A new study finds that primary care doctors earn about half that of medical specialists such as cardiologists, according to a report on NPR's health blog today by Julie Rovner.
In the study, published in the journal Health Affairs:
Duke University Researchers compared career wealth accumulation — basically earnings and interest income minus living expenses — for five different types of workers: Cardiologists, primary care doctors, college grads who earned MBAs, college graduates who went on to become physician assistants, and college graduates who didn't get graduate degrees.
In their working lives, cardiologists get richest — accumulating wealth the authors estimate at about $5.2 million.That was more than twice as much as the primary care physician; three times as much as the MBA; six times as much as the physician assistant; and a whopping 15 times as much as the run-of-the-mill college graduate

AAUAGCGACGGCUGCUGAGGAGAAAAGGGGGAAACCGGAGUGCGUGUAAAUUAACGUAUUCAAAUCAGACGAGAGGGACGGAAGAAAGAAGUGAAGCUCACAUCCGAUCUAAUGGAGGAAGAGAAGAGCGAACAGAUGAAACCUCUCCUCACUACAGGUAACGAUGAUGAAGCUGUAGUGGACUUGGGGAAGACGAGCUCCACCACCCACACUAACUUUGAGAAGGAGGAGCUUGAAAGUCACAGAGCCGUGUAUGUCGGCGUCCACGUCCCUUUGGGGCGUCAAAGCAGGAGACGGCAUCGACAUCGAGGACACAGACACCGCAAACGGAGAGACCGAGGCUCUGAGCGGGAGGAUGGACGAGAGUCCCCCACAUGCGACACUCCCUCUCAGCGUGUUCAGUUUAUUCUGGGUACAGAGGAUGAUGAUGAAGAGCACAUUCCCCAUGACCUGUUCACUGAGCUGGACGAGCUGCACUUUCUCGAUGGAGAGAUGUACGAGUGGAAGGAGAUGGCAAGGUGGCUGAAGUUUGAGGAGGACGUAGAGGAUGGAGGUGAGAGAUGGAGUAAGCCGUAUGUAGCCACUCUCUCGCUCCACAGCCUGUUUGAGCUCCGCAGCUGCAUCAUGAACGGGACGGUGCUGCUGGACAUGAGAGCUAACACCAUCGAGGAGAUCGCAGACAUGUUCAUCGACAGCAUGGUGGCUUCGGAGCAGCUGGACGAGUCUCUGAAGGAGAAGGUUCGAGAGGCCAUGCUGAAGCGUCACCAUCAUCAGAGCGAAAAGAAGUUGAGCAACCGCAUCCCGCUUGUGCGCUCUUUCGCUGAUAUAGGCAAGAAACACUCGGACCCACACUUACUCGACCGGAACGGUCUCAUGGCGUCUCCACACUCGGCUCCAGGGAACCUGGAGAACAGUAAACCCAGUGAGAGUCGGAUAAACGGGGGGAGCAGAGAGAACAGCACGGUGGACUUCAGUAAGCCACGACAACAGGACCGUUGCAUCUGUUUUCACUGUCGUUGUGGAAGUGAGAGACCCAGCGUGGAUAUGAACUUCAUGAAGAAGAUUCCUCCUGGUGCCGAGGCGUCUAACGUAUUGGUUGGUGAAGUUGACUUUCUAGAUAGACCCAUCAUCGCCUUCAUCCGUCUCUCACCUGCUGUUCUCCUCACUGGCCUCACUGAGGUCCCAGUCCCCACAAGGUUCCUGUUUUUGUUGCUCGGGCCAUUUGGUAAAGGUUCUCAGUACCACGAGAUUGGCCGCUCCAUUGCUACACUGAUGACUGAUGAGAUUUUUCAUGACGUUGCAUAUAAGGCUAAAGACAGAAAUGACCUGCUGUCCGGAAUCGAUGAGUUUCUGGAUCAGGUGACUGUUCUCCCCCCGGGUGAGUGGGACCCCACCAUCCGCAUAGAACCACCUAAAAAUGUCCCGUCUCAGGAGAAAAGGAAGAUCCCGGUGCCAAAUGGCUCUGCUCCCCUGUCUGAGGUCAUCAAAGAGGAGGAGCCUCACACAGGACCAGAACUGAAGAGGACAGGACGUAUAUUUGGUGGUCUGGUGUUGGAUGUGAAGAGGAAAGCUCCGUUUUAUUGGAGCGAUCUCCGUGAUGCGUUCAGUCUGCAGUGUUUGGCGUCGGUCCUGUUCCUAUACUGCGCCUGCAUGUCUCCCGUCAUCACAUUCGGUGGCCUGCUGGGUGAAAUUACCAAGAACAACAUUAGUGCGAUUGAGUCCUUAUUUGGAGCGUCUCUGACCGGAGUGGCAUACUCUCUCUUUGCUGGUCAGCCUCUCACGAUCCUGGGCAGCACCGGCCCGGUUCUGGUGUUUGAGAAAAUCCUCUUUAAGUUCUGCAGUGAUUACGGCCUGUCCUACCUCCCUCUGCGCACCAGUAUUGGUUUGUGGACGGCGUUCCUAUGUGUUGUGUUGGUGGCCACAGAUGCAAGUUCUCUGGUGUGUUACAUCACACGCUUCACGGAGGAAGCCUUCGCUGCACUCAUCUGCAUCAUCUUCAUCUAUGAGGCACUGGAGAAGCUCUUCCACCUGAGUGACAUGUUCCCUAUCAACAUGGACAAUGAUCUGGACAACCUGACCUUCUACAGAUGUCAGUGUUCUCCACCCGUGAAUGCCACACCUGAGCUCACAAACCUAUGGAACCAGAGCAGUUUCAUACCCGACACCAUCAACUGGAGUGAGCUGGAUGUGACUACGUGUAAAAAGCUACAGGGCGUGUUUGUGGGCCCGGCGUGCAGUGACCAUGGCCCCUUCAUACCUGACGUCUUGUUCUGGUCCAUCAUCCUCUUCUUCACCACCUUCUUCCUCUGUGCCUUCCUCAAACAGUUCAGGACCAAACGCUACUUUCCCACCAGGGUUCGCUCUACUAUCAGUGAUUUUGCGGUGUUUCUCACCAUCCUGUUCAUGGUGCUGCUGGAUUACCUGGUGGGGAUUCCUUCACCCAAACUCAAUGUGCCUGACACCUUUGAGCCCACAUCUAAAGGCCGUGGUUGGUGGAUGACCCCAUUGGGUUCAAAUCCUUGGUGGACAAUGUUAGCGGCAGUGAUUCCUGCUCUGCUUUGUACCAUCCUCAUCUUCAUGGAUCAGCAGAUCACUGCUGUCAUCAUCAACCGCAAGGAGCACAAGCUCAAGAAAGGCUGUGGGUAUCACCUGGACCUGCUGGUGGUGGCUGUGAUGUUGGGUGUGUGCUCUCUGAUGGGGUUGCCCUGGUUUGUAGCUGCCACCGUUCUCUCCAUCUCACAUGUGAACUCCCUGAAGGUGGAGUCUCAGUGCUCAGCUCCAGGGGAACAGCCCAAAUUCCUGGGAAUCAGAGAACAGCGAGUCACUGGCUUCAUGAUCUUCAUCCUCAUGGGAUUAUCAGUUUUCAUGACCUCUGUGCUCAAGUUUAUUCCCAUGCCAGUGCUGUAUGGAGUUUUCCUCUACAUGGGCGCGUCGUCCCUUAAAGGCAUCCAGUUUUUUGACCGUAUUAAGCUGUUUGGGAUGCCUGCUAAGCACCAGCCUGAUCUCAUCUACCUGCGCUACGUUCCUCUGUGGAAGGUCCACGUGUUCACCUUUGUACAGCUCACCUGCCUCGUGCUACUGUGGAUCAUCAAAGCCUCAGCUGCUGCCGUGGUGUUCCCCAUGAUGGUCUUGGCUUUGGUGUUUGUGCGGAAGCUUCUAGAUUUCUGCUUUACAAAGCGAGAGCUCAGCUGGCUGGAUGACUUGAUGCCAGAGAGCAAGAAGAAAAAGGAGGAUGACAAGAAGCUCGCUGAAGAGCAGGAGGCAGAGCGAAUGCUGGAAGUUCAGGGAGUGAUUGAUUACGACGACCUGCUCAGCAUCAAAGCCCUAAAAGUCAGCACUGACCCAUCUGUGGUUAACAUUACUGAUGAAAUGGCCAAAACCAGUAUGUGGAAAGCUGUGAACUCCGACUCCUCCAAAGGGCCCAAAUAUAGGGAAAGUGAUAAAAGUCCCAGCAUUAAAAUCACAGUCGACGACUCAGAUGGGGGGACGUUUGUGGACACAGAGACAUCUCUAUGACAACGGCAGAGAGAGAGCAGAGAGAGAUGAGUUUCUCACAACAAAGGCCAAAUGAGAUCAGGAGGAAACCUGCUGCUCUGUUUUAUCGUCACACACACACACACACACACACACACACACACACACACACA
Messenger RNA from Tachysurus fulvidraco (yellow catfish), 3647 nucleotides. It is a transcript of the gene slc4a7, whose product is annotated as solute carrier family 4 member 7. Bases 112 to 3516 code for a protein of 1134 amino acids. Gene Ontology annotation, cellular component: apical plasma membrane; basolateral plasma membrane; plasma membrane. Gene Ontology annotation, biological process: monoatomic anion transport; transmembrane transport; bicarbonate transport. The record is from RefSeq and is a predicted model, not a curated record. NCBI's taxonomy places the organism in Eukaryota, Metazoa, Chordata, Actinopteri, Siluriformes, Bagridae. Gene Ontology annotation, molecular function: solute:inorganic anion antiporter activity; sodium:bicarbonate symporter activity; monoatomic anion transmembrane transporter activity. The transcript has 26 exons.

The researchers go on to make the point that given this earnings discrepency, it is unlikely that new provisions of the health reform law, such as making it easier to pay back medical school loans or boosting payments to primary care docs, will make a huge dent in the massive shortage of internists and family physicians in the U.S.
This program aired on May 4, 2010. The audio for this program is not available.